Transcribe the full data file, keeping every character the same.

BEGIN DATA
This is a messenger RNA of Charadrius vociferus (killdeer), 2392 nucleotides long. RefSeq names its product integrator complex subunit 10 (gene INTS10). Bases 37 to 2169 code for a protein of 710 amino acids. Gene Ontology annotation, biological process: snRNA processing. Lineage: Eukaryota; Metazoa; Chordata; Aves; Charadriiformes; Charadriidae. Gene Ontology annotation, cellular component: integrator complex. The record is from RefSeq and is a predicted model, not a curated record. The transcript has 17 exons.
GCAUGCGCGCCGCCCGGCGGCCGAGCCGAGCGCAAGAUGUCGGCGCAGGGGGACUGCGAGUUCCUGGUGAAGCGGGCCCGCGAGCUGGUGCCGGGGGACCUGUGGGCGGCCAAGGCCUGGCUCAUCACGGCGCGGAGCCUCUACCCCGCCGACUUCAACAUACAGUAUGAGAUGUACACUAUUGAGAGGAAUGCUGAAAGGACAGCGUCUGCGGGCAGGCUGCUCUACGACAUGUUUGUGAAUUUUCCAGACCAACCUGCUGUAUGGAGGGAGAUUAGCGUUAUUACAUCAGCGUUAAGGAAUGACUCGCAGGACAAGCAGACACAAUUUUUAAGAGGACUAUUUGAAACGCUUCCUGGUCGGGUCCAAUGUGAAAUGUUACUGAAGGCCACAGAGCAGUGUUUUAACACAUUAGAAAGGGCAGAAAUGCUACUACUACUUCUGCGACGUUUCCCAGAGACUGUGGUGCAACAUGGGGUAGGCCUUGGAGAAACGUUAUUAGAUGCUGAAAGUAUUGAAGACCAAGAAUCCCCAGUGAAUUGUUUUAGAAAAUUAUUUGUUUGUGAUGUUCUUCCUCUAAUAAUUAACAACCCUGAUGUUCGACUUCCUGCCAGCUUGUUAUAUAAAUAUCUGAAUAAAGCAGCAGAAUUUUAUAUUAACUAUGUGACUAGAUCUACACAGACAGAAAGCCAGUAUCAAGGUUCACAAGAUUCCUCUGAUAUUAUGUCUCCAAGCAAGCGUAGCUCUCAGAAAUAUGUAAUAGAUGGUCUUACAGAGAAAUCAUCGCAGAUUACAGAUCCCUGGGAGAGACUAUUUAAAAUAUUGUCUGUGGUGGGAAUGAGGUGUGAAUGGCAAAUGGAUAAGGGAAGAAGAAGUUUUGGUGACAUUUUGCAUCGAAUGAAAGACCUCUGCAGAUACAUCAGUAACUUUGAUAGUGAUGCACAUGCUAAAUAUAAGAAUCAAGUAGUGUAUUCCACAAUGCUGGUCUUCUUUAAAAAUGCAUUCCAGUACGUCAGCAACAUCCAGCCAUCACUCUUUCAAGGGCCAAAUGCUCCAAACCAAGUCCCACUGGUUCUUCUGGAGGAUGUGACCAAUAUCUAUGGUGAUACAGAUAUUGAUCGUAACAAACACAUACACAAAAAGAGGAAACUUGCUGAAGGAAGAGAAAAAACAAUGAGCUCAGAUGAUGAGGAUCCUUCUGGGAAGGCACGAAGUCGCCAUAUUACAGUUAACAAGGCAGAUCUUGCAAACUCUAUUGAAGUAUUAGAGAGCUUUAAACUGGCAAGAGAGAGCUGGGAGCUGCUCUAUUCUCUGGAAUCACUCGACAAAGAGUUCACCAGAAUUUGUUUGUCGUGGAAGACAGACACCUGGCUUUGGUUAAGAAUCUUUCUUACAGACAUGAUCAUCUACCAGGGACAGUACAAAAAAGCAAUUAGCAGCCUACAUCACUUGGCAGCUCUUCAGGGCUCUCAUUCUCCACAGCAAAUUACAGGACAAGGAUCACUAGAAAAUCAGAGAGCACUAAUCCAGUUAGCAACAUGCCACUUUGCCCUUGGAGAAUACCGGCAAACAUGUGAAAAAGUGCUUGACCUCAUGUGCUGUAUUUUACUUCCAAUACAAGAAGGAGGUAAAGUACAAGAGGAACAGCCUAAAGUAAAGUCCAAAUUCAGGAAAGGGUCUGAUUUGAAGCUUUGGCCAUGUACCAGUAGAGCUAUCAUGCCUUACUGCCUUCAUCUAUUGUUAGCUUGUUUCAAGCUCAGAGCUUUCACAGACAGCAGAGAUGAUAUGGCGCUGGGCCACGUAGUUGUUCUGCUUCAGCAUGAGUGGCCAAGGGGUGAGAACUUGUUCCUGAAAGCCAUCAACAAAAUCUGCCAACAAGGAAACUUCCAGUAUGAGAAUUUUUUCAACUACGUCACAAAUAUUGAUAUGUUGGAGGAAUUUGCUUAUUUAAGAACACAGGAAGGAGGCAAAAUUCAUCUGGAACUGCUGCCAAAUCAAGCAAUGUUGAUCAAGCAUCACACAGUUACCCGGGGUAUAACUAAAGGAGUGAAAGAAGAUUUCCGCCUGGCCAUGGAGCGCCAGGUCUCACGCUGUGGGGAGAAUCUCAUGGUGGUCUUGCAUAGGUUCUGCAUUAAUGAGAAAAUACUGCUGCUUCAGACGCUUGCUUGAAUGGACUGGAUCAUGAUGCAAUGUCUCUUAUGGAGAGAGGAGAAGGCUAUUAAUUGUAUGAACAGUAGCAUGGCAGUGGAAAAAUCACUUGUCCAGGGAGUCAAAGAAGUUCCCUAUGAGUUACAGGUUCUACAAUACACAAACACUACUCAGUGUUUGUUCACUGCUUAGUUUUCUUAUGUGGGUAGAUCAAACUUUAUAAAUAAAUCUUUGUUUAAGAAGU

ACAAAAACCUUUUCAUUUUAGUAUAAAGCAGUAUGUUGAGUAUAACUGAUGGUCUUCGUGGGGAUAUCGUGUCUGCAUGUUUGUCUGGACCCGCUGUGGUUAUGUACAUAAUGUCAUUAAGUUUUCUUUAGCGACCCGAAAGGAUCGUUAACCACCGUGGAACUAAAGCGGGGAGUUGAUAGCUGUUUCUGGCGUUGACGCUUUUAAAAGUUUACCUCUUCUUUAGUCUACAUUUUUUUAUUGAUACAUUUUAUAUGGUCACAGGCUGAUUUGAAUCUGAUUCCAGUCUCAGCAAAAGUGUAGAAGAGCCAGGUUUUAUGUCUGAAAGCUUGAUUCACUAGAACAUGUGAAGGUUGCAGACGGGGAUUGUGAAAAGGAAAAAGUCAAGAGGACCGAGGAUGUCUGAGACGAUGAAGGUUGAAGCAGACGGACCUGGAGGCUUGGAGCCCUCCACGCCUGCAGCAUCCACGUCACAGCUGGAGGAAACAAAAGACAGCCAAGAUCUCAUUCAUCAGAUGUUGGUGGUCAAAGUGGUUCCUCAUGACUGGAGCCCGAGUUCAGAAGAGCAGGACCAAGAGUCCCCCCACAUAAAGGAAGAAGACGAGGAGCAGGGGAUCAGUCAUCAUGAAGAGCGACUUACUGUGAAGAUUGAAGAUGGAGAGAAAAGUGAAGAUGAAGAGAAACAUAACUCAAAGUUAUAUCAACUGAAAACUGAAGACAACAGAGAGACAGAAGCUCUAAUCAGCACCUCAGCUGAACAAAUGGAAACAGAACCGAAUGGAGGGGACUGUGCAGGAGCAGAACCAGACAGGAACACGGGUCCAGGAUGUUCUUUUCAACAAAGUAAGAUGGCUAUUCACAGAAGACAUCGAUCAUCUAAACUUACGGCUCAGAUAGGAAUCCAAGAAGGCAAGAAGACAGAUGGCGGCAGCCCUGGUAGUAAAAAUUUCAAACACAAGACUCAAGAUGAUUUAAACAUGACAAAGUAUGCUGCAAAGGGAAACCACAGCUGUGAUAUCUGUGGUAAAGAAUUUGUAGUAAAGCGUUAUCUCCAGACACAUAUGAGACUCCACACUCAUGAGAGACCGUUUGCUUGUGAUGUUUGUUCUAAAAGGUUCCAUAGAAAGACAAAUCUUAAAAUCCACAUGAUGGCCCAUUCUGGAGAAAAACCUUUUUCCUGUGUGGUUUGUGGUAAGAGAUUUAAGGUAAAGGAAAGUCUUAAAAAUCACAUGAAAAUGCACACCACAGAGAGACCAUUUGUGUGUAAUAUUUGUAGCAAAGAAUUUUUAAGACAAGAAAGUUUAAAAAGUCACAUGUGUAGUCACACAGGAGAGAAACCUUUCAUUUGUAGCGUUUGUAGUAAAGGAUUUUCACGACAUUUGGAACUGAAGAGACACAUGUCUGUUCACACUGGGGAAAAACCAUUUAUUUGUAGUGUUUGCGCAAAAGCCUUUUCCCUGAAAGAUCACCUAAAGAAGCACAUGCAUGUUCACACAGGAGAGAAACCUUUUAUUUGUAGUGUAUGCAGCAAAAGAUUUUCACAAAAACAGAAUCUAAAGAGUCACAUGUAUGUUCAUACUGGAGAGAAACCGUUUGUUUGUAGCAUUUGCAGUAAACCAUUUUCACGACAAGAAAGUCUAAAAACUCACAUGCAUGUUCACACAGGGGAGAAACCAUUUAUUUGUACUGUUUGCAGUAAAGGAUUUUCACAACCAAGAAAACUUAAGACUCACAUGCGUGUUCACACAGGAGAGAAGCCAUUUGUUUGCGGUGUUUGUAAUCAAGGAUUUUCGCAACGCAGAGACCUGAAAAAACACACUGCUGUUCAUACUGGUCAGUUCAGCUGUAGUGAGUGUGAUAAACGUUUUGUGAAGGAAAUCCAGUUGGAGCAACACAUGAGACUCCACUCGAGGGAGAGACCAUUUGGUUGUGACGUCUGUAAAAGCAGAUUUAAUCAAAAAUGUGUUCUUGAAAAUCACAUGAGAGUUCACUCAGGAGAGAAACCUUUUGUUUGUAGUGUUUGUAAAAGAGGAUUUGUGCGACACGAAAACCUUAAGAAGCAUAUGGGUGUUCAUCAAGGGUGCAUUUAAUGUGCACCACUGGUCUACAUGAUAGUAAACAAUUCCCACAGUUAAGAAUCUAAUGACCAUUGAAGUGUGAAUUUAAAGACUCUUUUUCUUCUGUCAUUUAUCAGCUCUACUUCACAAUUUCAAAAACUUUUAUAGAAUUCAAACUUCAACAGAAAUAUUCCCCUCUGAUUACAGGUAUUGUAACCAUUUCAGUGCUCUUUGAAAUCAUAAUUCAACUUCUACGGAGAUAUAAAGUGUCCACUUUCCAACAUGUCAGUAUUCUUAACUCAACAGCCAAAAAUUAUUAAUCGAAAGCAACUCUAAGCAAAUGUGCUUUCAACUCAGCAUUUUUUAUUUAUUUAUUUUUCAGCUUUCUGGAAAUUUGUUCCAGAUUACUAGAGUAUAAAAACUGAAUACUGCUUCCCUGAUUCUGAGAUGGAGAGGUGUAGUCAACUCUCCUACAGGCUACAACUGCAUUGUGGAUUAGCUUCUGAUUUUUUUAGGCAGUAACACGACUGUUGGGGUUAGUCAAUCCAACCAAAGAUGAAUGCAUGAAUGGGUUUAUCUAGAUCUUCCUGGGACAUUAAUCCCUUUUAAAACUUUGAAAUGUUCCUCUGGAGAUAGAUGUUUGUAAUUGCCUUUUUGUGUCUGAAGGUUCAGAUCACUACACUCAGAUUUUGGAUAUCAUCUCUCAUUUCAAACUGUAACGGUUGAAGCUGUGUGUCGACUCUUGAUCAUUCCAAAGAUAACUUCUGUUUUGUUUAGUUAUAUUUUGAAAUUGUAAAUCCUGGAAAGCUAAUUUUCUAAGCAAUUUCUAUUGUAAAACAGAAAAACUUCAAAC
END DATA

This is a messenger RNA of Charadrius vociferus (killdeer), 2392 nucleotides long. RefSeq names its product integrator complex subunit 10 (gene INTS10). Bases 37 to 2169 code for a protein of 710 amino acids. Gene Ontology annotation, biological process: snRNA processing. Lineage: Eukaryota; Metazoa; Chordata; Aves; Charadriiformes; Charadriidae. Gene Ontology annotation, cellular component: integrator complex. The record is from RefSeq and is a predicted model, not a curated record. The transcript has 17 exons.
GCAUGCGCGCCGCCCGGCGGCCGAGCCGAGCGCAAGAUGUCGGCGCAGGGGGACUGCGAGUUCCUGGUGAAGCGGGCCCGCGAGCUGGUGCCGGGGGACCUGUGGGCGGCCAAGGCCUGGCUCAUCACGGCGCGGAGCCUCUACCCCGCCGACUUCAACAUACAGUAUGAGAUGUACACUAUUGAGAGGAAUGCUGAAAGGACAGCGUCUGCGGGCAGGCUGCUCUACGACAUGUUUGUGAAUUUUCCAGACCAACCUGCUGUAUGGAGGGAGAUUAGCGUUAUUACAUCAGCGUUAAGGAAUGACUCGCAGGACAAGCAGACACAAUUUUUAAGAGGACUAUUUGAAACGCUUCCUGGUCGGGUCCAAUGUGAAAUGUUACUGAAGGCCACAGAGCAGUGUUUUAACACAUUAGAAAGGGCAGAAAUGCUACUACUACUUCUGCGACGUUUCCCAGAGACUGUGGUGCAACAUGGGGUAGGCCUUGGAGAAACGUUAUUAGAUGCUGAAAGUAUUGAAGACCAAGAAUCCCCAGUGAAUUGUUUUAGAAAAUUAUUUGUUUGUGAUGUUCUUCCUCUAAUAAUUAACAACCCUGAUGUUCGACUUCCUGCCAGCUUGUUAUAUAAAUAUCUGAAUAAAGCAGCAGAAUUUUAUAUUAACUAUGUGACUAGAUCUACACAGACAGAAAGCCAGUAUCAAGGUUCACAAGAUUCCUCUGAUAUUAUGUCUCCAAGCAAGCGUAGCUCUCAGAAAUAUGUAAUAGAUGGUCUUACAGAGAAAUCAUCGCAGAUUACAGAUCCCUGGGAGAGACUAUUUAAAAUAUUGUCUGUGGUGGGAAUGAGGUGUGAAUGGCAAAUGGAUAAGGGAAGAAGAAGUUUUGGUGACAUUUUGCAUCGAAUGAAAGACCUCUGCAGAUACAUCAGUAACUUUGAUAGUGAUGCACAUGCUAAAUAUAAGAAUCAAGUAGUGUAUUCCACAAUGCUGGUCUUCUUUAAAAAUGCAUUCCAGUACGUCAGCAACAUCCAGCCAUCACUCUUUCAAGGGCCAAAUGCUCCAAACCAAGUCCCACUGGUUCUUCUGGAGGAUGUGACCAAUAUCUAUGGUGAUACAGAUAUUGAUCGUAACAAACACAUACACAAAAAGAGGAAACUUGCUGAAGGAAGAGAAAAAACAAUGAGCUCAGAUGAUGAGGAUCCUUCUGGGAAGGCACGAAGUCGCCAUAUUACAGUUAACAAGGCAGAUCUUGCAAACUCUAUUGAAGUAUUAGAGAGCUUUAAACUGGCAAGAGAGAGCUGGGAGCUGCUCUAUUCUCUGGAAUCACUCGACAAAGAGUUCACCAGAAUUUGUUUGUCGUGGAAGACAGACACCUGGCUUUGGUUAAGAAUCUUUCUUACAGACAUGAUCAUCUACCAGGGACAGUACAAAAAAGCAAUUAGCAGCCUACAUCACUUGGCAGCUCUUCAGGGCUCUCAUUCUCCACAGCAAAUUACAGGACAAGGAUCACUAGAAAAUCAGAGAGCACUAAUCCAGUUAGCAACAUGCCACUUUGCCCUUGGAGAAUACCGGCAAACAUGUGAAAAAGUGCUUGACCUCAUGUGCUGUAUUUUACUUCCAAUACAAGAAGGAGGUAAAGUACAAGAGGAACAGCCUAAAGUAAAGUCCAAAUUCAGGAAAGGGUCUGAUUUGAAGCUUUGGCCAUGUACCAGUAGAGCUAUCAUGCCUUACUGCCUUCAUCUAUUGUUAGCUUGUUUCAAGCUCAGAGCUUUCACAGACAGCAGAGAUGAUAUGGCGCUGGGCCACGUAGUUGUUCUGCUUCAGCAUGAGUGGCCAAGGGGUGAGAACUUGUUCCUGAAAGCCAUCAACAAAAUCUGCCAACAAGGAAACUUCCAGUAUGAGAAUUUUUUCAACUACGUCACAAAUAUUGAUAUGUUGGAGGAAUUUGCUUAUUUAAGAACACAGGAAGGAGGCAAAAUUCAUCUGGAACUGCUGCCAAAUCAAGCAAUGUUGAUCAAGCAUCACACAGUUACCCGGGGUAUAACUAAAGGAGUGAAAGAAGAUUUCCGCCUGGCCAUGGAGCGCCAGGUCUCACGCUGUGGGGAGAAUCUCAUGGUGGUCUUGCAUAGGUUCUGCAUUAAUGAGAAAAUACUGCUGCUUCAGACGCUUGCUUGAAUGGACUGGAUCAUGAUGCAAUGUCUCUUAUGGAGAGAGGAGAAGGCUAUUAAUUGUAUGAACAGUAGCAUGGCAGUGGAAAAAUCACUUGUCCAGGGAGUCAAAGAAGUUCCCUAUGAGUUACAGGUUCUACAAUACACAAACACUACUCAGUGUUUGUUCACUGCUUAGUUUUCUUAUGUGGGUAGAUCAAACUUUAUAAAUAAAUCUUUGUUUAAGAAGU

ACAAAAACCUUUUCAUUUUAGUAUAAAGCAGUAUGUUGAGUAUAACUGAUGGUCUUCGUGGGGAUAUCGUGUCUGCAUGUUUGUCUGGACCCGCUGUGGUUAUGUACAUAAUGUCAUUAAGUUUUCUUUAGCGACCCGAAAGGAUCGUUAACCACCGUGGAACUAAAGCGGGGAGUUGAUAGCUGUUUCUGGCGUUGACGCUUUUAAAAGUUUACCUCUUCUUUAGUCUACAUUUUUUUAUUGAUACAUUUUAUAUGGUCACAGGCUGAUUUGAAUCUGAUUCCAGUCUCAGCAAAAGUGUAGAAGAGCCAGGUUUUAUGUCUGAAAGCUUGAUUCACUAGAACAUGUGAAGGUUGCAGACGGGGAUUGUGAAAAGGAAAAAGUCAAGAGGACCGAGGAUGUCUGAGACGAUGAAGGUUGAAGCAGACGGACCUGGAGGCUUGGAGCCCUCCACGCCUGCAGCAUCCACGUCACAGCUGGAGGAAACAAAAGACAGCCAAGAUCUCAUUCAUCAGAUGUUGGUGGUCAAAGUGGUUCCUCAUGACUGGAGCCCGAGUUCAGAAGAGCAGGACCAAGAGUCCCCCCACAUAAAGGAAGAAGACGAGGAGCAGGGGAUCAGUCAUCAUGAAGAGCGACUUACUGUGAAGAUUGAAGAUGGAGAGAAAAGUGAAGAUGAAGAGAAACAUAACUCAAAGUUAUAUCAACUGAAAACUGAAGACAACAGAGAGACAGAAGCUCUAAUCAGCACCUCAGCUGAACAAAUGGAAACAGAACCGAAUGGAGGGGACUGUGCAGGAGCAGAACCAGACAGGAACACGGGUCCAGGAUGUUCUUUUCAACAAAGUAAGAUGGCUAUUCACAGAAGACAUCGAUCAUCUAAACUUACGGCUCAGAUAGGAAUCCAAGAAGGCAAGAAGACAGAUGGCGGCAGCCCUGGUAGUAAAAAUUUCAAACACAAGACUCAAGAUGAUUUAAACAUGACAAAGUAUGCUGCAAAGGGAAACCACAGCUGUGAUAUCUGUGGUAAAGAAUUUGUAGUAAAGCGUUAUCUCCAGACACAUAUGAGACUCCACACUCAUGAGAGACCGUUUGCUUGUGAUGUUUGUUCUAAAAGGUUCCAUAGAAAGACAAAUCUUAAAAUCCACAUGAUGGCCCAUUCUGGAGAAAAACCUUUUUCCUGUGUGGUUUGUGGUAAGAGAUUUAAGGUAAAGGAAAGUCUUAAAAAUCACAUGAAAAUGCACACCACAGAGAGACCAUUUGUGUGUAAUAUUUGUAGCAAAGAAUUUUUAAGACAAGAAAGUUUAAAAAGUCACAUGUGUAGUCACACAGGAGAGAAACCUUUCAUUUGUAGCGUUUGUAGUAAAGGAUUUUCACGACAUUUGGAACUGAAGAGACACAUGUCUGUUCACACUGGGGAAAAACCAUUUAUUUGUAGUGUUUGCGCAAAAGCCUUUUCCCUGAAAGAUCACCUAAAGAAGCACAUGCAUGUUCACACAGGAGAGAAACCUUUUAUUUGUAGUGUAUGCAGCAAAAGAUUUUCACAAAAACAGAAUCUAAAGAGUCACAUGUAUGUUCAUACUGGAGAGAAACCGUUUGUUUGUAGCAUUUGCAGUAAACCAUUUUCACGACAAGAAAGUCUAAAAACUCACAUGCAUGUUCACACAGGGGAGAAACCAUUUAUUUGUACUGUUUGCAGUAAAGGAUUUUCACAACCAAGAAAACUUAAGACUCACAUGCGUGUUCACACAGGAGAGAAGCCAUUUGUUUGCGGUGUUUGUAAUCAAGGAUUUUCGCAACGCAGAGACCUGAAAAAACACACUGCUGUUCAUACUGGUCAGUUCAGCUGUAGUGAGUGUGAUAAACGUUUUGUGAAGGAAAUCCAGUUGGAGCAACACAUGAGACUCCACUCGAGGGAGAGACCAUUUGGUUGUGACGUCUGUAAAAGCAGAUUUAAUCAAAAAUGUGUUCUUGAAAAUCACAUGAGAGUUCACUCAGGAGAGAAACCUUUUGUUUGUAGUGUUUGUAAAAGAGGAUUUGUGCGACACGAAAACCUUAAGAAGCAUAUGGGUGUUCAUCAAGGGUGCAUUUAAUGUGCACCACUGGUCUACAUGAUAGUAAACAAUUCCCACAGUUAAGAAUCUAAUGACCAUUGAAGUGUGAAUUUAAAGACUCUUUUUCUUCUGUCAUUUAUCAGCUCUACUUCACAAUUUCAAAAACUUUUAUAGAAUUCAAACUUCAACAGAAAUAUUCCCCUCUGAUUACAGGUAUUGUAACCAUUUCAGUGCUCUUUGAAAUCAUAAUUCAACUUCUACGGAGAUAUAAAGUGUCCACUUUCCAACAUGUCAGUAUUCUUAACUCAACAGCCAAAAAUUAUUAAUCGAAAGCAACUCUAAGCAAAUGUGCUUUCAACUCAGCAUUUUUUAUUUAUUUAUUUUUCAGCUUUCUGGAAAUUUGUUCCAGAUUACUAGAGUAUAAAAACUGAAUACUGCUUCCCUGAUUCUGAGAUGGAGAGGUGUAGUCAACUCUCCUACAGGCUACAACUGCAUUGUGGAUUAGCUUCUGAUUUUUUUAGGCAGUAACACGACUGUUGGGGUUAGUCAAUCCAACCAAAGAUGAAUGCAUGAAUGGGUUUAUCUAGAUCUUCCUGGGACAUUAAUCCCUUUUAAAACUUUGAAAUGUUCCUCUGGAGAUAGAUGUUUGUAAUUGCCUUUUUGUGUCUGAAGGUUCAGAUCACUACACUCAGAUUUUGGAUAUCAUCUCUCAUUUCAAACUGUAACGGUUGAAGCUGUGUGUCGACUCUUGAUCAUUCCAAAGAUAACUUCUGUUUUGUUUAGUUAUAUUUUGAAAUUGUAAAUCCUGGAAAGCUAAUUUUCUAAGCAAUUUCUAUUGUAAAACAGAAAAACUUCAAAC